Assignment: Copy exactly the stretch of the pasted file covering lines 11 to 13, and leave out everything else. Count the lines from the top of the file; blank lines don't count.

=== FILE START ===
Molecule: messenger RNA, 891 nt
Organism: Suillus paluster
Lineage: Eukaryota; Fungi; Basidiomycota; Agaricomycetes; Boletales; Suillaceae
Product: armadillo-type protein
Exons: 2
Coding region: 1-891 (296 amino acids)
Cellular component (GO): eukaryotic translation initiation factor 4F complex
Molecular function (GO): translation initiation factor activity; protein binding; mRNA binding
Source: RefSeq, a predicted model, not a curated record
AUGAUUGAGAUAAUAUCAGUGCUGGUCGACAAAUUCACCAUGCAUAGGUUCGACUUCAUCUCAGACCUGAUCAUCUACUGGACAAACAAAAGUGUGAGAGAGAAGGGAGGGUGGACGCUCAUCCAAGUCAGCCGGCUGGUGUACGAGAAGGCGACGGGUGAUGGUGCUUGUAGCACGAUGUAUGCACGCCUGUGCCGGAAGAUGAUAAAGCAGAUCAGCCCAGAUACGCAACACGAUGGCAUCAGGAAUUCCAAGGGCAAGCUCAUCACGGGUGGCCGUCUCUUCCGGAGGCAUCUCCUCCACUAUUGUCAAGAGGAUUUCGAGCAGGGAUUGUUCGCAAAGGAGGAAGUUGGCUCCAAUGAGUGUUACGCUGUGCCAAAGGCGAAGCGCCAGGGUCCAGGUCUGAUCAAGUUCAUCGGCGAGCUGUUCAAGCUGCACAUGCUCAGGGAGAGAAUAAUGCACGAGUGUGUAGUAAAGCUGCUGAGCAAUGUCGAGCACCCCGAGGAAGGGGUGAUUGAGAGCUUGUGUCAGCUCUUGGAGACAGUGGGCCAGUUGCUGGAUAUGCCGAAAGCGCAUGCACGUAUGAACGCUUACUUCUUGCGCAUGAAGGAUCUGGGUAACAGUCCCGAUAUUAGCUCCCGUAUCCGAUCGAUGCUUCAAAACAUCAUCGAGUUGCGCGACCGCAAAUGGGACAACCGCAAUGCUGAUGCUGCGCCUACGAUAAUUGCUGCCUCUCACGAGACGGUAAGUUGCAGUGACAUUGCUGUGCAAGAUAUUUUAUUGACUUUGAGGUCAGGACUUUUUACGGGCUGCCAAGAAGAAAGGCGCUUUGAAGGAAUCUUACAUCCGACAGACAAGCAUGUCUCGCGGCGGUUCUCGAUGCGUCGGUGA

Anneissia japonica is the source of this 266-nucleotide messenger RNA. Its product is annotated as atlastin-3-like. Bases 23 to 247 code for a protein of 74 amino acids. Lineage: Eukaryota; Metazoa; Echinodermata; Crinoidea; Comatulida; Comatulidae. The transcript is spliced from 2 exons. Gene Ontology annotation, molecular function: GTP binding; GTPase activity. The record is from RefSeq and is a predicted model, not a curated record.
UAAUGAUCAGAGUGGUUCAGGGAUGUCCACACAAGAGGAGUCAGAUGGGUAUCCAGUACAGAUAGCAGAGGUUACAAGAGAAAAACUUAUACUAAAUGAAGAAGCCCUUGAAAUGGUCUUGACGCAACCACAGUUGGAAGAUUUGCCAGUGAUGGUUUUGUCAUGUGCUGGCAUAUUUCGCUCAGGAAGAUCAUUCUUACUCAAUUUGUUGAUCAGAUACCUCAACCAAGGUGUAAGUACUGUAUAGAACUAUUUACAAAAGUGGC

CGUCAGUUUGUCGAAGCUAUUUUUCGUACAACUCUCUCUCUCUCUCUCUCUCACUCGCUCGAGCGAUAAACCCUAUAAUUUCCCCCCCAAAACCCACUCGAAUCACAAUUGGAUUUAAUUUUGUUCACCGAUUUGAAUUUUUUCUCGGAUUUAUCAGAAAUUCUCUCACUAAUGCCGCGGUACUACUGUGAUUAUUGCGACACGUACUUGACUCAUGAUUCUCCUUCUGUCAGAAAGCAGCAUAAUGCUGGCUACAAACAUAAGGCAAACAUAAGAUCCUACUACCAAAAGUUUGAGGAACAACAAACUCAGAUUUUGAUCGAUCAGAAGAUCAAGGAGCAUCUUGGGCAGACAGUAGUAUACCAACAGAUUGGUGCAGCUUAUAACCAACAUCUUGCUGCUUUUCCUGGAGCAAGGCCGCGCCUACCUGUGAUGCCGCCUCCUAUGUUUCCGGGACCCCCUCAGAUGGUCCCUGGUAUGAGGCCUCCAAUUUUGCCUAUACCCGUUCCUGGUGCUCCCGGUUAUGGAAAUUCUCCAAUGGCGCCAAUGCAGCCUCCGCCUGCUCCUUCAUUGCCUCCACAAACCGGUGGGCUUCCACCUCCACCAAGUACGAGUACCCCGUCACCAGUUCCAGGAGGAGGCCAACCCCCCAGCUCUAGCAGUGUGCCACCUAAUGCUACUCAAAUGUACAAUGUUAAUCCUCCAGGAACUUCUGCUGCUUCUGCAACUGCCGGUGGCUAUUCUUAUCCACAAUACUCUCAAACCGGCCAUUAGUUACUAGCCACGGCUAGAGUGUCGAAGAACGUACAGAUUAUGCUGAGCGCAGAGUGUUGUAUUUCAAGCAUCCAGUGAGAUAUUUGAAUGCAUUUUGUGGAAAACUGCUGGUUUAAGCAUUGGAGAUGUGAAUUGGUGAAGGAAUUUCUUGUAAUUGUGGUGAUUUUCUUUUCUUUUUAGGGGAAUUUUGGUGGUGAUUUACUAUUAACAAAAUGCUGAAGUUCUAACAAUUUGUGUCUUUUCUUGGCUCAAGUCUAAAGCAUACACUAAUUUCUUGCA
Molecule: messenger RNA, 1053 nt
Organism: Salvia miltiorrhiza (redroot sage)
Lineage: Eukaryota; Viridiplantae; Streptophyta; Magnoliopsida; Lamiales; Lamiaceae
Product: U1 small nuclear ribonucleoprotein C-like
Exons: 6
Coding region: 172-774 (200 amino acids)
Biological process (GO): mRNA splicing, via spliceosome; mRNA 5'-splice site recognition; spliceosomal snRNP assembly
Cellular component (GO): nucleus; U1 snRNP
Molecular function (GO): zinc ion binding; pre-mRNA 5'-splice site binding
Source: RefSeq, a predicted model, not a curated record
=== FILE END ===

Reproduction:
Anneissia japonica is the source of this 266-nucleotide messenger RNA. Its product is annotated as atlastin-3-like. Bases 23 to 247 code for a protein of 74 amino acids. Lineage: Eukaryota; Metazoa; Echinodermata; Crinoidea; Comatulida; Comatulidae. The transcript is spliced from 2 exons. Gene Ontology annotation, molecular function: GTP binding; GTPase activity. The record is from RefSeq and is a predicted model, not a curated record.
UAAUGAUCAGAGUGGUUCAGGGAUGUCCACACAAGAGGAGUCAGAUGGGUAUCCAGUACAGAUAGCAGAGGUUACAAGAGAAAAACUUAUACUAAAUGAAGAAGCCCUUGAAAUGGUCUUGACGCAACCACAGUUGGAAGAUUUGCCAGUGAUGGUUUUGUCAUGUGCUGGCAUAUUUCGCUCAGGAAGAUCAUUCUUACUCAAUUUGUUGAUCAGAUACCUCAACCAAGGUGUAAGUACUGUAUAGAACUAUUUACAAAAGUGGC

CGUCAGUUUGUCGAAGCUAUUUUUCGUACAACUCUCUCUCUCUCUCUCUCUCACUCGCUCGAGCGAUAAACCCUAUAAUUUCCCCCCCAAAACCCACUCGAAUCACAAUUGGAUUUAAUUUUGUUCACCGAUUUGAAUUUUUUCUCGGAUUUAUCAGAAAUUCUCUCACUAAUGCCGCGGUACUACUGUGAUUAUUGCGACACGUACUUGACUCAUGAUUCUCCUUCUGUCAGAAAGCAGCAUAAUGCUGGCUACAAACAUAAGGCAAACAUAAGAUCCUACUACCAAAAGUUUGAGGAACAACAAACUCAGAUUUUGAUCGAUCAGAAGAUCAAGGAGCAUCUUGGGCAGACAGUAGUAUACCAACAGAUUGGUGCAGCUUAUAACCAACAUCUUGCUGCUUUUCCUGGAGCAAGGCCGCGCCUACCUGUGAUGCCGCCUCCUAUGUUUCCGGGACCCCCUCAGAUGGUCCCUGGUAUGAGGCCUCCAAUUUUGCCUAUACCCGUUCCUGGUGCUCCCGGUUAUGGAAAUUCUCCAAUGGCGCCAAUGCAGCCUCCGCCUGCUCCUUCAUUGCCUCCACAAACCGGUGGGCUUCCACCUCCACCAAGUACGAGUACCCCGUCACCAGUUCCAGGAGGAGGCCAACCCCCCAGCUCUAGCAGUGUGCCACCUAAUGCUACUCAAAUGUACAAUGUUAAUCCUCCAGGAACUUCUGCUGCUUCUGCAACUGCCGGUGGCUAUUCUUAUCCACAAUACUCUCAAACCGGCCAUUAGUUACUAGCCACGGCUAGAGUGUCGAAGAACGUACAGAUUAUGCUGAGCGCAGAGUGUUGUAUUUCAAGCAUCCAGUGAGAUAUUUGAAUGCAUUUUGUGGAAAACUGCUGGUUUAAGCAUUGGAGAUGUGAAUUGGUGAAGGAAUUUCUUGUAAUUGUGGUGAUUUUCUUUUCUUUUUAGGGGAAUUUUGGUGGUGAUUUACUAUUAACAAAAUGCUGAAGUUCUAACAAUUUGUGUCUUUUCUUGGCUCAAGUCUAAAGCAUACACUAAUUUCUUGCA